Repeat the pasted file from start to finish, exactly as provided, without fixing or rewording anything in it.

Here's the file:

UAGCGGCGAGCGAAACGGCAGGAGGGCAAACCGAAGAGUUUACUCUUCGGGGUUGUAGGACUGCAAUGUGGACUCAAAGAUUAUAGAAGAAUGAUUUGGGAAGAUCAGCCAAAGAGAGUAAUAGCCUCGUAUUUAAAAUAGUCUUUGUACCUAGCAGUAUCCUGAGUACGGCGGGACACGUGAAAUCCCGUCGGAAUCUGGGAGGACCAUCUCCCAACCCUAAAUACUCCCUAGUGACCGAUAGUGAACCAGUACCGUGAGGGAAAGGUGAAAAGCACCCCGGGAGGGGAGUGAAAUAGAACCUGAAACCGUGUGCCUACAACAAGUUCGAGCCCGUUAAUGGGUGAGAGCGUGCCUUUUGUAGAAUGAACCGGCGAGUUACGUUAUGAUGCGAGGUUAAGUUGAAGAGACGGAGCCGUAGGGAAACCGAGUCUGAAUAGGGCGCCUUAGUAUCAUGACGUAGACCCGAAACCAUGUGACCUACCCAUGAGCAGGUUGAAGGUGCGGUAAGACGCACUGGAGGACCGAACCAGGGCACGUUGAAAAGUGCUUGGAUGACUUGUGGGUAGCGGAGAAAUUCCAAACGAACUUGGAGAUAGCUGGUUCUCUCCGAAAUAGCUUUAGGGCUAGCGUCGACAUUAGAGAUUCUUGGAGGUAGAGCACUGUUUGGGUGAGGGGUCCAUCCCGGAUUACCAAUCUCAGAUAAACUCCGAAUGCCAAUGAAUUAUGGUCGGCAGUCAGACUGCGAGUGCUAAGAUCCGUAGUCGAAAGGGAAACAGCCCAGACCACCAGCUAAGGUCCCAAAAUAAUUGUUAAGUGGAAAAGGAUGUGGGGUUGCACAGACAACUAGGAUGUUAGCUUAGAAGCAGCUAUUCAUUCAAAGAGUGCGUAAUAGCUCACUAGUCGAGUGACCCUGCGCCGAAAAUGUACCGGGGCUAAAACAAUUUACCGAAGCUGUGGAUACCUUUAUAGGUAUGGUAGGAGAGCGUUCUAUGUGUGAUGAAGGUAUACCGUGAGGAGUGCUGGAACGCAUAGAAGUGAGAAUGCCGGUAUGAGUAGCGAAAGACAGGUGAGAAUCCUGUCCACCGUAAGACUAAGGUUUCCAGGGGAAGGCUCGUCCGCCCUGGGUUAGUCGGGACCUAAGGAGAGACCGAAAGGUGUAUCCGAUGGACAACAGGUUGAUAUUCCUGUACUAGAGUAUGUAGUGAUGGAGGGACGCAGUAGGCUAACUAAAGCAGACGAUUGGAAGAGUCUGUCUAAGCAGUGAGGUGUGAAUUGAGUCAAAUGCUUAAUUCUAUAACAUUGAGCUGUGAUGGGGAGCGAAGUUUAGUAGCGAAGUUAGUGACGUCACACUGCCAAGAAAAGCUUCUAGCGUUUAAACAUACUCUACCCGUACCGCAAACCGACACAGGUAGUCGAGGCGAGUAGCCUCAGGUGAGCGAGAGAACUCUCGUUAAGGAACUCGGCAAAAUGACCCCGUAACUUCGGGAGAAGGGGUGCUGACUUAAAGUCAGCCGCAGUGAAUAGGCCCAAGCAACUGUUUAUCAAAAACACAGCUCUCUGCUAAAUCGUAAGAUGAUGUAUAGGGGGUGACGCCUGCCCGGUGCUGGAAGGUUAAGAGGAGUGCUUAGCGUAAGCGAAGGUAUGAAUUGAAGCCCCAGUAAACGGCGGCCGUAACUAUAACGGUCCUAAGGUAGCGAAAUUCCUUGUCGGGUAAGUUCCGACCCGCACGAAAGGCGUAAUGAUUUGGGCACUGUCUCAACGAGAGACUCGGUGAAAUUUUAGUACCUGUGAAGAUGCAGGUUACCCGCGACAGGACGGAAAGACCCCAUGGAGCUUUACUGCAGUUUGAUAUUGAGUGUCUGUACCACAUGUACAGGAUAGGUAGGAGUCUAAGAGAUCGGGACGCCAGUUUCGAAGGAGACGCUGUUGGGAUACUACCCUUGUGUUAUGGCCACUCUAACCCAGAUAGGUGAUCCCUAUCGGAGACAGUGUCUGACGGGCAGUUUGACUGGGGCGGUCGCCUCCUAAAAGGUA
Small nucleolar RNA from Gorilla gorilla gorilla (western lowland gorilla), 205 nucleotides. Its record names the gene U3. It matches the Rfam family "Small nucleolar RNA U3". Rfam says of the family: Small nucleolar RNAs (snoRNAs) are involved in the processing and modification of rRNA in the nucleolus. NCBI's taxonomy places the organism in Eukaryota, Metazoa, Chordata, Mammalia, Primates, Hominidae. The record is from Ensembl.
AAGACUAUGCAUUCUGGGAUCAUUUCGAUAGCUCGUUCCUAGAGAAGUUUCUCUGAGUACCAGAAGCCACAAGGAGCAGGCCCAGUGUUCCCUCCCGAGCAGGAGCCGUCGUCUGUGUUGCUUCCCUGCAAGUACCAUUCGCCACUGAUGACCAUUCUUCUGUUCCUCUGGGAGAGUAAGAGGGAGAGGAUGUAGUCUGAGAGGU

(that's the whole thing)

UAGCGGCGAGCGAAACGGCAGGAGGGCAAACCGAAGAGUUUACUCUUCGGGGUUGUAGGACUGCAAUGUGGACUCAAAGAUUAUAGAAGAAUGAUUUGGGAAGAUCAGCCAAAGAGAGUAAUAGCCUCGUAUUUAAAAUAGUCUUUGUACCUAGCAGUAUCCUGAGUACGGCGGGACACGUGAAAUCCCGUCGGAAUCUGGGAGGACCAUCUCCCAACCCUAAAUACUCCCUAGUGACCGAUAGUGAACCAGUACCGUGAGGGAAAGGUGAAAAGCACCCCGGGAGGGGAGUGAAAUAGAACCUGAAACCGUGUGCCUACAACAAGUUCGAGCCCGUUAAUGGGUGAGAGCGUGCCUUUUGUAGAAUGAACCGGCGAGUUACGUUAUGAUGCGAGGUUAAGUUGAAGAGACGGAGCCGUAGGGAAACCGAGUCUGAAUAGGGCGCCUUAGUAUCAUGACGUAGACCCGAAACCAUGUGACCUACCCAUGAGCAGGUUGAAGGUGCGGUAAGACGCACUGGAGGACCGAACCAGGGCACGUUGAAAAGUGCUUGGAUGACUUGUGGGUAGCGGAGAAAUUCCAAACGAACUUGGAGAUAGCUGGUUCUCUCCGAAAUAGCUUUAGGGCUAGCGUCGACAUUAGAGAUUCUUGGAGGUAGAGCACUGUUUGGGUGAGGGGUCCAUCCCGGAUUACCAAUCUCAGAUAAACUCCGAAUGCCAAUGAAUUAUGGUCGGCAGUCAGACUGCGAGUGCUAAGAUCCGUAGUCGAAAGGGAAACAGCCCAGACCACCAGCUAAGGUCCCAAAAUAAUUGUUAAGUGGAAAAGGAUGUGGGGUUGCACAGACAACUAGGAUGUUAGCUUAGAAGCAGCUAUUCAUUCAAAGAGUGCGUAAUAGCUCACUAGUCGAGUGACCCUGCGCCGAAAAUGUACCGGGGCUAAAACAAUUUACCGAAGCUGUGGAUACCUUUAUAGGUAUGGUAGGAGAGCGUUCUAUGUGUGAUGAAGGUAUACCGUGAGGAGUGCUGGAACGCAUAGAAGUGAGAAUGCCGGUAUGAGUAGCGAAAGACAGGUGAGAAUCCUGUCCACCGUAAGACUAAGGUUUCCAGGGGAAGGCUCGUCCGCCCUGGGUUAGUCGGGACCUAAGGAGAGACCGAAAGGUGUAUCCGAUGGACAACAGGUUGAUAUUCCUGUACUAGAGUAUGUAGUGAUGGAGGGACGCAGUAGGCUAACUAAAGCAGACGAUUGGAAGAGUCUGUCUAAGCAGUGAGGUGUGAAUUGAGUCAAAUGCUUAAUUCUAUAACAUUGAGCUGUGAUGGGGAGCGAAGUUUAGUAGCGAAGUUAGUGACGUCACACUGCCAAGAAAAGCUUCUAGCGUUUAAACAUACUCUACCCGUACCGCAAACCGACACAGGUAGUCGAGGCGAGUAGCCUCAGGUGAGCGAGAGAACUCUCGUUAAGGAACUCGGCAAAAUGACCCCGUAACUUCGGGAGAAGGGGUGCUGACUUAAAGUCAGCCGCAGUGAAUAGGCCCAAGCAACUGUUUAUCAAAAACACAGCUCUCUGCUAAAUCGUAAGAUGAUGUAUAGGGGGUGACGCCUGCCCGGUGCUGGAAGGUUAAGAGGAGUGCUUAGCGUAAGCGAAGGUAUGAAUUGAAGCCCCAGUAAACGGCGGCCGUAACUAUAACGGUCCUAAGGUAGCGAAAUUCCUUGUCGGGUAAGUUCCGACCCGCACGAAAGGCGUAAUGAUUUGGGCACUGUCUCAACGAGAGACUCGGUGAAAUUUUAGUACCUGUGAAGAUGCAGGUUACCCGCGACAGGACGGAAAGACCCCAUGGAGCUUUACUGCAGUUUGAUAUUGAGUGUCUGUACCACAUGUACAGGAUAGGUAGGAGUCUAAGAGAUCGGGACGCCAGUUUCGAAGGAGACGCUGUUGGGAUACUACCCUUGUGUUAUGGCCACUCUAACCCAGAUAGGUGAUCCCUAUCGGAGACAGUGUCUGACGGGCAGUUUGACUGGGGCGGUCGCCUCCUAAAAGGUA
Small nucleolar RNA from Gorilla gorilla gorilla (western lowland gorilla), 205 nucleotides. Its record names the gene U3. It matches the Rfam family "Small nucleolar RNA U3". Rfam says of the family: Small nucleolar RNAs (snoRNAs) are involved in the processing and modification of rRNA in the nucleolus. NCBI's taxonomy places the organism in Eukaryota, Metazoa, Chordata, Mammalia, Primates, Hominidae. The record is from Ensembl.
AAGACUAUGCAUUCUGGGAUCAUUUCGAUAGCUCGUUCCUAGAGAAGUUUCUCUGAGUACCAGAAGCCACAAGGAGCAGGCCCAGUGUUCCCUCCCGAGCAGGAGCCGUCGUCUGUGUUGCUUCCCUGCAAGUACCAUUCGCCACUGAUGACCAUUCUUCUGUUCCUCUGGGAGAGUAAGAGGGAGAGGAUGUAGUCUGAGAGGU